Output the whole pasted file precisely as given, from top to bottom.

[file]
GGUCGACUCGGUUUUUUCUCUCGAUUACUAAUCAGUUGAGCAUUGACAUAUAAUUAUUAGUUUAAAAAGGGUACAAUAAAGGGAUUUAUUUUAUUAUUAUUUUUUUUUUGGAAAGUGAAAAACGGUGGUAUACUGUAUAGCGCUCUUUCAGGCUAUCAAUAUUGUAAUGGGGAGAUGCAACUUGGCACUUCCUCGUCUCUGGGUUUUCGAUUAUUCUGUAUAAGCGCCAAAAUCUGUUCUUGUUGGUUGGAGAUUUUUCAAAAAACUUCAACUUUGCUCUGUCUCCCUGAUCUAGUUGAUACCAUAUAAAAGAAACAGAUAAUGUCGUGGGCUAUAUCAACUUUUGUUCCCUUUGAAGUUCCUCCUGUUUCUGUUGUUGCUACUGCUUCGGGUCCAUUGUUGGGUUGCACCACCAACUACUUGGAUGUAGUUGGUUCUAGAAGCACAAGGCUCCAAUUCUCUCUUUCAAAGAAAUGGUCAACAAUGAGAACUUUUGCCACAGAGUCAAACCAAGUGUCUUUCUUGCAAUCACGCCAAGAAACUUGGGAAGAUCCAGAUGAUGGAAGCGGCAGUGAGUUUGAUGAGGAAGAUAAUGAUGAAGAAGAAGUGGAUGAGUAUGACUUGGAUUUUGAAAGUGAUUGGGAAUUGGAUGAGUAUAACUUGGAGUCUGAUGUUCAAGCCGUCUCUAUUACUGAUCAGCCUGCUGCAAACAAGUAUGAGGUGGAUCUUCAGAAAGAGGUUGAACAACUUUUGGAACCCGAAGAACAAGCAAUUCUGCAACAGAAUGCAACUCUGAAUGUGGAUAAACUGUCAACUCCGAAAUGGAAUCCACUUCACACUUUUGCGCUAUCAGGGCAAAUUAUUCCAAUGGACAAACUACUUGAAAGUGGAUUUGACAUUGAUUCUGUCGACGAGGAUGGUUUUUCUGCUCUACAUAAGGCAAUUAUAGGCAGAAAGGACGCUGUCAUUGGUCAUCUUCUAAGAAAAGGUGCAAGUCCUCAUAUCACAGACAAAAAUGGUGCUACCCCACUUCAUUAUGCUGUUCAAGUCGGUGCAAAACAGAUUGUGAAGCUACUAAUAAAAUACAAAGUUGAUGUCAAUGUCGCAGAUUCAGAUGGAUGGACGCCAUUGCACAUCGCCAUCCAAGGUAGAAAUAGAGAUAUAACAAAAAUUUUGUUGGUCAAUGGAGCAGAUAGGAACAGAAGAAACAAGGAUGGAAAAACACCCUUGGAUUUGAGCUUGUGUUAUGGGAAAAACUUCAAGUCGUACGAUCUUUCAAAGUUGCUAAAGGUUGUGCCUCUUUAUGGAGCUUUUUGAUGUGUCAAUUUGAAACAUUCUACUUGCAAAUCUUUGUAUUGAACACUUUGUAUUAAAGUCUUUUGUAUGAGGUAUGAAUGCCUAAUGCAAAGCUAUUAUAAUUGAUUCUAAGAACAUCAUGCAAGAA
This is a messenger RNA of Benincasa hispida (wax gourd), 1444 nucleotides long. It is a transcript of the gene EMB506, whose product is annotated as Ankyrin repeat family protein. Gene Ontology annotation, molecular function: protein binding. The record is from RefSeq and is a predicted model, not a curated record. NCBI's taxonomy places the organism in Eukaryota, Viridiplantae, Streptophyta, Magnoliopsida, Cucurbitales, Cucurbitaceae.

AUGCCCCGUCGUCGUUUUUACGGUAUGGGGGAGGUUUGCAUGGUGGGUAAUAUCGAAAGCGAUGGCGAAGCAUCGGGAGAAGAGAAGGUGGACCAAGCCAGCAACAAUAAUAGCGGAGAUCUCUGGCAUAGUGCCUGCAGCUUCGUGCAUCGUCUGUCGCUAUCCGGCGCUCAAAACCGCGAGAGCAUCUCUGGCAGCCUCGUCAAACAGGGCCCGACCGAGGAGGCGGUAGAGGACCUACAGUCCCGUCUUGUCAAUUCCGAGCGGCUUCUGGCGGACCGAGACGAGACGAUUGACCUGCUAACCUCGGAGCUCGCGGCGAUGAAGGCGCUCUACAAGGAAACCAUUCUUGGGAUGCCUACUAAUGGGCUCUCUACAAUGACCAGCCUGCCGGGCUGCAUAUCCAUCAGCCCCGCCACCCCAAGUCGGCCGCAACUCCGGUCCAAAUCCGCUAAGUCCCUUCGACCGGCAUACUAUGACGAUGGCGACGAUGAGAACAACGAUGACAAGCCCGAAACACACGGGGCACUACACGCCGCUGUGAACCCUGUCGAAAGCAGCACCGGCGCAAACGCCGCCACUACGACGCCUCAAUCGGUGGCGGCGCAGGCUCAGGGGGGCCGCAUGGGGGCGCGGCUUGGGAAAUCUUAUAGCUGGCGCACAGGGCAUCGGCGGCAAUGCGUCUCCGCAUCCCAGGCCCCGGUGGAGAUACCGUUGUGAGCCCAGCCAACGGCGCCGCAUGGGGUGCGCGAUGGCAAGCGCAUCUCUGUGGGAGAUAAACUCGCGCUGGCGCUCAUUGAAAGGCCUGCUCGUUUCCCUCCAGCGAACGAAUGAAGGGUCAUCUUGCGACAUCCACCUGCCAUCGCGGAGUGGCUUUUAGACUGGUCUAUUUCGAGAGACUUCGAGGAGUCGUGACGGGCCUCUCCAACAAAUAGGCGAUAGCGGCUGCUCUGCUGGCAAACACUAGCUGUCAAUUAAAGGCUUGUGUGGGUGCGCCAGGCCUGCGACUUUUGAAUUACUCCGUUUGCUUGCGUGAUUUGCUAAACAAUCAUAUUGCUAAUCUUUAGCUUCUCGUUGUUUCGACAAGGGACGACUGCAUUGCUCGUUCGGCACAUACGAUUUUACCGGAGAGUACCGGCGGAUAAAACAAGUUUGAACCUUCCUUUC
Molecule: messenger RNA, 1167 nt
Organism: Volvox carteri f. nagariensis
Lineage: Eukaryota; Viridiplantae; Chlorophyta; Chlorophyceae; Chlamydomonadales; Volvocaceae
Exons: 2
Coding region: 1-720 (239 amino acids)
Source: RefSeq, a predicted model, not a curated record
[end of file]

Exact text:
GGUCGACUCGGUUUUUUCUCUCGAUUACUAAUCAGUUGAGCAUUGACAUAUAAUUAUUAGUUUAAAAAGGGUACAAUAAAGGGAUUUAUUUUAUUAUUAUUUUUUUUUUGGAAAGUGAAAAACGGUGGUAUACUGUAUAGCGCUCUUUCAGGCUAUCAAUAUUGUAAUGGGGAGAUGCAACUUGGCACUUCCUCGUCUCUGGGUUUUCGAUUAUUCUGUAUAAGCGCCAAAAUCUGUUCUUGUUGGUUGGAGAUUUUUCAAAAAACUUCAACUUUGCUCUGUCUCCCUGAUCUAGUUGAUACCAUAUAAAAGAAACAGAUAAUGUCGUGGGCUAUAUCAACUUUUGUUCCCUUUGAAGUUCCUCCUGUUUCUGUUGUUGCUACUGCUUCGGGUCCAUUGUUGGGUUGCACCACCAACUACUUGGAUGUAGUUGGUUCUAGAAGCACAAGGCUCCAAUUCUCUCUUUCAAAGAAAUGGUCAACAAUGAGAACUUUUGCCACAGAGUCAAACCAAGUGUCUUUCUUGCAAUCACGCCAAGAAACUUGGGAAGAUCCAGAUGAUGGAAGCGGCAGUGAGUUUGAUGAGGAAGAUAAUGAUGAAGAAGAAGUGGAUGAGUAUGACUUGGAUUUUGAAAGUGAUUGGGAAUUGGAUGAGUAUAACUUGGAGUCUGAUGUUCAAGCCGUCUCUAUUACUGAUCAGCCUGCUGCAAACAAGUAUGAGGUGGAUCUUCAGAAAGAGGUUGAACAACUUUUGGAACCCGAAGAACAAGCAAUUCUGCAACAGAAUGCAACUCUGAAUGUGGAUAAACUGUCAACUCCGAAAUGGAAUCCACUUCACACUUUUGCGCUAUCAGGGCAAAUUAUUCCAAUGGACAAACUACUUGAAAGUGGAUUUGACAUUGAUUCUGUCGACGAGGAUGGUUUUUCUGCUCUACAUAAGGCAAUUAUAGGCAGAAAGGACGCUGUCAUUGGUCAUCUUCUAAGAAAAGGUGCAAGUCCUCAUAUCACAGACAAAAAUGGUGCUACCCCACUUCAUUAUGCUGUUCAAGUCGGUGCAAAACAGAUUGUGAAGCUACUAAUAAAAUACAAAGUUGAUGUCAAUGUCGCAGAUUCAGAUGGAUGGACGCCAUUGCACAUCGCCAUCCAAGGUAGAAAUAGAGAUAUAACAAAAAUUUUGUUGGUCAAUGGAGCAGAUAGGAACAGAAGAAACAAGGAUGGAAAAACACCCUUGGAUUUGAGCUUGUGUUAUGGGAAAAACUUCAAGUCGUACGAUCUUUCAAAGUUGCUAAAGGUUGUGCCUCUUUAUGGAGCUUUUUGAUGUGUCAAUUUGAAACAUUCUACUUGCAAAUCUUUGUAUUGAACACUUUGUAUUAAAGUCUUUUGUAUGAGGUAUGAAUGCCUAAUGCAAAGCUAUUAUAAUUGAUUCUAAGAACAUCAUGCAAGAA
This is a messenger RNA of Benincasa hispida (wax gourd), 1444 nucleotides long. It is a transcript of the gene EMB506, whose product is annotated as Ankyrin repeat family protein. Gene Ontology annotation, molecular function: protein binding. The record is from RefSeq and is a predicted model, not a curated record. NCBI's taxonomy places the organism in Eukaryota, Viridiplantae, Streptophyta, Magnoliopsida, Cucurbitales, Cucurbitaceae.

AUGCCCCGUCGUCGUUUUUACGGUAUGGGGGAGGUUUGCAUGGUGGGUAAUAUCGAAAGCGAUGGCGAAGCAUCGGGAGAAGAGAAGGUGGACCAAGCCAGCAACAAUAAUAGCGGAGAUCUCUGGCAUAGUGCCUGCAGCUUCGUGCAUCGUCUGUCGCUAUCCGGCGCUCAAAACCGCGAGAGCAUCUCUGGCAGCCUCGUCAAACAGGGCCCGACCGAGGAGGCGGUAGAGGACCUACAGUCCCGUCUUGUCAAUUCCGAGCGGCUUCUGGCGGACCGAGACGAGACGAUUGACCUGCUAACCUCGGAGCUCGCGGCGAUGAAGGCGCUCUACAAGGAAACCAUUCUUGGGAUGCCUACUAAUGGGCUCUCUACAAUGACCAGCCUGCCGGGCUGCAUAUCCAUCAGCCCCGCCACCCCAAGUCGGCCGCAACUCCGGUCCAAAUCCGCUAAGUCCCUUCGACCGGCAUACUAUGACGAUGGCGACGAUGAGAACAACGAUGACAAGCCCGAAACACACGGGGCACUACACGCCGCUGUGAACCCUGUCGAAAGCAGCACCGGCGCAAACGCCGCCACUACGACGCCUCAAUCGGUGGCGGCGCAGGCUCAGGGGGGCCGCAUGGGGGCGCGGCUUGGGAAAUCUUAUAGCUGGCGCACAGGGCAUCGGCGGCAAUGCGUCUCCGCAUCCCAGGCCCCGGUGGAGAUACCGUUGUGAGCCCAGCCAACGGCGCCGCAUGGGGUGCGCGAUGGCAAGCGCAUCUCUGUGGGAGAUAAACUCGCGCUGGCGCUCAUUGAAAGGCCUGCUCGUUUCCCUCCAGCGAACGAAUGAAGGGUCAUCUUGCGACAUCCACCUGCCAUCGCGGAGUGGCUUUUAGACUGGUCUAUUUCGAGAGACUUCGAGGAGUCGUGACGGGCCUCUCCAACAAAUAGGCGAUAGCGGCUGCUCUGCUGGCAAACACUAGCUGUCAAUUAAAGGCUUGUGUGGGUGCGCCAGGCCUGCGACUUUUGAAUUACUCCGUUUGCUUGCGUGAUUUGCUAAACAAUCAUAUUGCUAAUCUUUAGCUUCUCGUUGUUUCGACAAGGGACGACUGCAUUGCUCGUUCGGCACAUACGAUUUUACCGGAGAGUACCGGCGGAUAAAACAAGUUUGAACCUUCCUUUC
Molecule: messenger RNA, 1167 nt
Organism: Volvox carteri f. nagariensis
Lineage: Eukaryota; Viridiplantae; Chlorophyta; Chlorophyceae; Chlamydomonadales; Volvocaceae
Exons: 2
Coding region: 1-720 (239 amino acids)
Source: RefSeq, a predicted model, not a curated record